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Better Serving the Children of Our Servicemen and Women

How the Common Core Improves Education for Military-Connected Children

First Lt. Jason Felker holds his son at a welcome home ceremony

SOURCE: Will Cox / Flickr

First Lt. Jason Felker holds his son at a January 2014 welcome home ceremony for the Georgia Army National Guard’s 1-214th Field Artillery Battalion in Elberton, Georgia.

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States across the country have always established their own academic standards, curricula, and achievement goals. This inconsistency, however, creates problems for children from military families, who must move and change schools frequently as their parents are reassigned. For these children, moving from state to state not only has significant social and emotional challenges, it also complicates their education. It is critical for states to minimize the strain that moving has on these children; adopting and effectively implementing the Common Core State Standards would ensure that as students change schools, their education is consistent and of high quality.

Common Core can help improve education for children from military families

  • Families can be confident that their children will receive a high-quality and consistent education when they move across state lines.
  • Students will not bear the burden of missing or repeating classes on top of the stress of moving across state lines.
  • Consistent expectations will ease the transition from one year to the next as students cross state lines, allowing them to graduate on time.

Children from military families face unique challenges that can complicate their education

There are 1.2 million military-connected children in the United States. On average, these children move three times more often than their civilian counterparts. According to the U.S. Department of Defense, military children typically move between six and nine times before they graduate from high school. This translates to a move every 18 to 24 months.

Changing schools often negatively affects student achievement, and the differing standards of state education systems only exacerbate the problem. Moving’s effect on student achievement is consistently and increasingly negative; the more students move, the more pronounced their decrease in achievement. Those students who move three or more times achieve a basic level of performance at half the rate of their peers who have not moved, according to the National Assessment of Educational Progress, or NAEP.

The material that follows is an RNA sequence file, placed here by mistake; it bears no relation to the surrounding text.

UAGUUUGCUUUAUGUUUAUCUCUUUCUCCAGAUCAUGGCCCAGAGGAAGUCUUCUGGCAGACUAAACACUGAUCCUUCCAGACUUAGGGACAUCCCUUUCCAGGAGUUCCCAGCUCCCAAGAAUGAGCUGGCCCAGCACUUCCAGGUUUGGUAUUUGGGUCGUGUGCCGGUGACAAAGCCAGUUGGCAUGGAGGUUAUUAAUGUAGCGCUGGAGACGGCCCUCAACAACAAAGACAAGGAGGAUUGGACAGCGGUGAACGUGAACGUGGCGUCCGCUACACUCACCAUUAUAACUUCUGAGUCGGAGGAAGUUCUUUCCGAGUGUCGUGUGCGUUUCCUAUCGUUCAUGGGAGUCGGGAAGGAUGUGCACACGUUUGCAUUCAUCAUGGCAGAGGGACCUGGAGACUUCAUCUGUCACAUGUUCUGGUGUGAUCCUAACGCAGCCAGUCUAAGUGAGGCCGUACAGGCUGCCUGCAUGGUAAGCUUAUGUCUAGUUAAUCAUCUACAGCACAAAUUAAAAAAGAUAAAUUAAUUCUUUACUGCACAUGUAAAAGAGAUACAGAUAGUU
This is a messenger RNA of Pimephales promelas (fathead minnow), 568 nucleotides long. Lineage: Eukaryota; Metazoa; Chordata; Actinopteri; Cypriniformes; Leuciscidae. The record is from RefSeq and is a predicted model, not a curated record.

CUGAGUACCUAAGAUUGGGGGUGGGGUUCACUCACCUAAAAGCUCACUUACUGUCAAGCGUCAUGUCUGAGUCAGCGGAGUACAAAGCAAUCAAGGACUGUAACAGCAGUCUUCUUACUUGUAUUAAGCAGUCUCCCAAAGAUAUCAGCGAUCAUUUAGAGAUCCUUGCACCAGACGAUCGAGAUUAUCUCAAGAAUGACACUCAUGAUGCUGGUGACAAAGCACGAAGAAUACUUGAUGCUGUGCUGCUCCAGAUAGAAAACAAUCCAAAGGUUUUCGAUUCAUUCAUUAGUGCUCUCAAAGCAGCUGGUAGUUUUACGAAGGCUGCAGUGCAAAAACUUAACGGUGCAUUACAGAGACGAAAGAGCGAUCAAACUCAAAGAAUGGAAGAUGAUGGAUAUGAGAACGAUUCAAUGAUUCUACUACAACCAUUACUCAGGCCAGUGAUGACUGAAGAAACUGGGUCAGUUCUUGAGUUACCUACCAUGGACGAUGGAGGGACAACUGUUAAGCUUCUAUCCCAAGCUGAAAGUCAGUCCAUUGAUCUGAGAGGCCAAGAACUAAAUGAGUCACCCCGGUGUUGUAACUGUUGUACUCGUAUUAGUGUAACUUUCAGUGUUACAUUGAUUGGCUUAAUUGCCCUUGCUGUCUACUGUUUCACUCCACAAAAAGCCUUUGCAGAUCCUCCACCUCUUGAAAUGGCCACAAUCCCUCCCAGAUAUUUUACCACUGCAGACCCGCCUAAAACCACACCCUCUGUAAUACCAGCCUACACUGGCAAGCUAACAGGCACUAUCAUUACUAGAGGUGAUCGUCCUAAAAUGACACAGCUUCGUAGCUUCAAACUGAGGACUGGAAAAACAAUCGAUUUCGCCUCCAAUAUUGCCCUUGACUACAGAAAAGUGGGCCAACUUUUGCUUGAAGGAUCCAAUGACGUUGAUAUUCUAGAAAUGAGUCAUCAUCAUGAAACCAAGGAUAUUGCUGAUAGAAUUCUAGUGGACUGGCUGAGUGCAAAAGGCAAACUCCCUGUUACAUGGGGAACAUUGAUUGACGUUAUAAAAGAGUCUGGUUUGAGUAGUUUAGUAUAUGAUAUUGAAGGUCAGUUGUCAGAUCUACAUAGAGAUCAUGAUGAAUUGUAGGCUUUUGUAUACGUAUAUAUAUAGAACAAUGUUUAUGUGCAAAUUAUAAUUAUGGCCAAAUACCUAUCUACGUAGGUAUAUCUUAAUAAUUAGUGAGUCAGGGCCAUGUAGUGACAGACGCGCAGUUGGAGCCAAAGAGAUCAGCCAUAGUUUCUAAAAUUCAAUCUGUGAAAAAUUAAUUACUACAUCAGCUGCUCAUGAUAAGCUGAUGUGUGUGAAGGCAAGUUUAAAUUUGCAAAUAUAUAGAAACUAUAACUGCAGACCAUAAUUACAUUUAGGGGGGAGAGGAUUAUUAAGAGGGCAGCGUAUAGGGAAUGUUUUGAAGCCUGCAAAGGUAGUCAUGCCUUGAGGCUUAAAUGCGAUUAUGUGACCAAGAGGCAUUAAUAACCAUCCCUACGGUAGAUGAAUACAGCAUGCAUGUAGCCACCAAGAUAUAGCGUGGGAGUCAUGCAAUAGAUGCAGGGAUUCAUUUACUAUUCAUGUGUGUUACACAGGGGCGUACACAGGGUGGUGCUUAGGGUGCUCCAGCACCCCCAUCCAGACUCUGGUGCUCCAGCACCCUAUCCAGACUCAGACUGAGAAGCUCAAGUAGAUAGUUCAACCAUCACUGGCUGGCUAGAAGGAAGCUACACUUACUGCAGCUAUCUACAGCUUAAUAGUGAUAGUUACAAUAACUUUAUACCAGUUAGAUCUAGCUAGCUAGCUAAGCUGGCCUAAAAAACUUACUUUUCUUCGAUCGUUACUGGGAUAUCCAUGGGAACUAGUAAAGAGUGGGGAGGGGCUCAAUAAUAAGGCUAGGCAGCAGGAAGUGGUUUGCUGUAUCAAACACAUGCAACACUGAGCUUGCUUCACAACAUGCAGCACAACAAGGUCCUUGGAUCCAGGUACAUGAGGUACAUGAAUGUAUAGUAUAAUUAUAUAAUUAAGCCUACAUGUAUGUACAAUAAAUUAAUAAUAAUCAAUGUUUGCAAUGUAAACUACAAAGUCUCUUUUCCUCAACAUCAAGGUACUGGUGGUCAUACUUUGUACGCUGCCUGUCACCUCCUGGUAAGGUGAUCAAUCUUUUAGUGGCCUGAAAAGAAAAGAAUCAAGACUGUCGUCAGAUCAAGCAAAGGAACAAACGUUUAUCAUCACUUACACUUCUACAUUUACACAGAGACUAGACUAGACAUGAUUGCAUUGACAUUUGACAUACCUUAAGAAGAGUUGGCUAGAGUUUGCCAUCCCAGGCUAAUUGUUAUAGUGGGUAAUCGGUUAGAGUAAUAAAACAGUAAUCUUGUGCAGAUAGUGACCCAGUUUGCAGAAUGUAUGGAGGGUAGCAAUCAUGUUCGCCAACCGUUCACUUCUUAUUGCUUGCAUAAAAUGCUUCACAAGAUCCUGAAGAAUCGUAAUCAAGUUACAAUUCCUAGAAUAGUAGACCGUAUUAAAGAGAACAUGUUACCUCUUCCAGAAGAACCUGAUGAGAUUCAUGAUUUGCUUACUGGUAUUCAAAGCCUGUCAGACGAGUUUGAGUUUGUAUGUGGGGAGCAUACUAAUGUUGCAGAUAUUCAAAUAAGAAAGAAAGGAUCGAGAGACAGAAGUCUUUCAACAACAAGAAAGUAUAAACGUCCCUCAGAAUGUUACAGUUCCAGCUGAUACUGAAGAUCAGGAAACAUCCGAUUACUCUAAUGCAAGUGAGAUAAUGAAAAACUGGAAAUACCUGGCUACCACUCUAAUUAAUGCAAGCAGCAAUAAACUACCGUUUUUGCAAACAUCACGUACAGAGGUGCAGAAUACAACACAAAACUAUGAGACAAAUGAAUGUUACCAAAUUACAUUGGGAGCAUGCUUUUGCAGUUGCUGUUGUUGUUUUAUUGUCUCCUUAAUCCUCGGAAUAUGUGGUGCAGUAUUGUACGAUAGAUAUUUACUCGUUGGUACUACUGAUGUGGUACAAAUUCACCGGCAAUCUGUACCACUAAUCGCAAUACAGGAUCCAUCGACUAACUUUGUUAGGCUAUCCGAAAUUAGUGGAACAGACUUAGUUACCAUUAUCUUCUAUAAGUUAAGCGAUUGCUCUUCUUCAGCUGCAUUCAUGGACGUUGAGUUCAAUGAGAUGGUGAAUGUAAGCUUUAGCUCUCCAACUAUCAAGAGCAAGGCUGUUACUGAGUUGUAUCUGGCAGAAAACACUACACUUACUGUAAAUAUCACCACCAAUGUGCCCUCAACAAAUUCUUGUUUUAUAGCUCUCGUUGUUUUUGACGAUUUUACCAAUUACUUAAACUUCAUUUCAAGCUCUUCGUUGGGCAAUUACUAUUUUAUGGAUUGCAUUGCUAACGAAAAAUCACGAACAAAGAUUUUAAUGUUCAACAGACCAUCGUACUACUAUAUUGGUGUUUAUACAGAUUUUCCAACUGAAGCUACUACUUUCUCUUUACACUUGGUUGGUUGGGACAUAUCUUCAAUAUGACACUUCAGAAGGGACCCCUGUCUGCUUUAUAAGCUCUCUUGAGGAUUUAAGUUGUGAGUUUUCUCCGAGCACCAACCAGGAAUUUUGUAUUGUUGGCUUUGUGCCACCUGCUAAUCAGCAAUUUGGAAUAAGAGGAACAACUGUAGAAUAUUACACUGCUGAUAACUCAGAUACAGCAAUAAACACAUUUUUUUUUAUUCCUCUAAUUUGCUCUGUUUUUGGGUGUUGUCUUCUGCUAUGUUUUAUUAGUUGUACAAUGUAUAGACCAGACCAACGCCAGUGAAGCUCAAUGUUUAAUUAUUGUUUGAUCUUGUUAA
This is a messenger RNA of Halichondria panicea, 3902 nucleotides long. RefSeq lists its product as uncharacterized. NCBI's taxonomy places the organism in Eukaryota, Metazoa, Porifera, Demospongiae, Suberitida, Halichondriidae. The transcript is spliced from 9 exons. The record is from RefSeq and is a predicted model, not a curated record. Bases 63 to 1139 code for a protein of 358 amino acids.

Military families should not have to worry about inconsistent education

What students are expected to know and be able to do often differs from state to state.

Completing Algebra I in eighth grade is often considered an indicator of college and career readiness. Which grade students are scheduled to take the course, however, varies from state to state. Children who move frequently may have to take algebra multiple times or may fall behind their peers because they have not taken it at all.

States with low standards may leave students unprepared for higher standards in other states. What students learn and the levels of proficiency they are expected to reach differ dramatically from state to state. This patchwork of standards and expectations is problematic for students who change schools frequently as there may be gaps in what these students have learned that leave them unprepared for more challenging education systems in other states. For example, using its own tests, New York determined that 62 percent of its students were proficient in math; however, the nationwide and more rigorous NAEP assessment found that only 32 percent were proficient.

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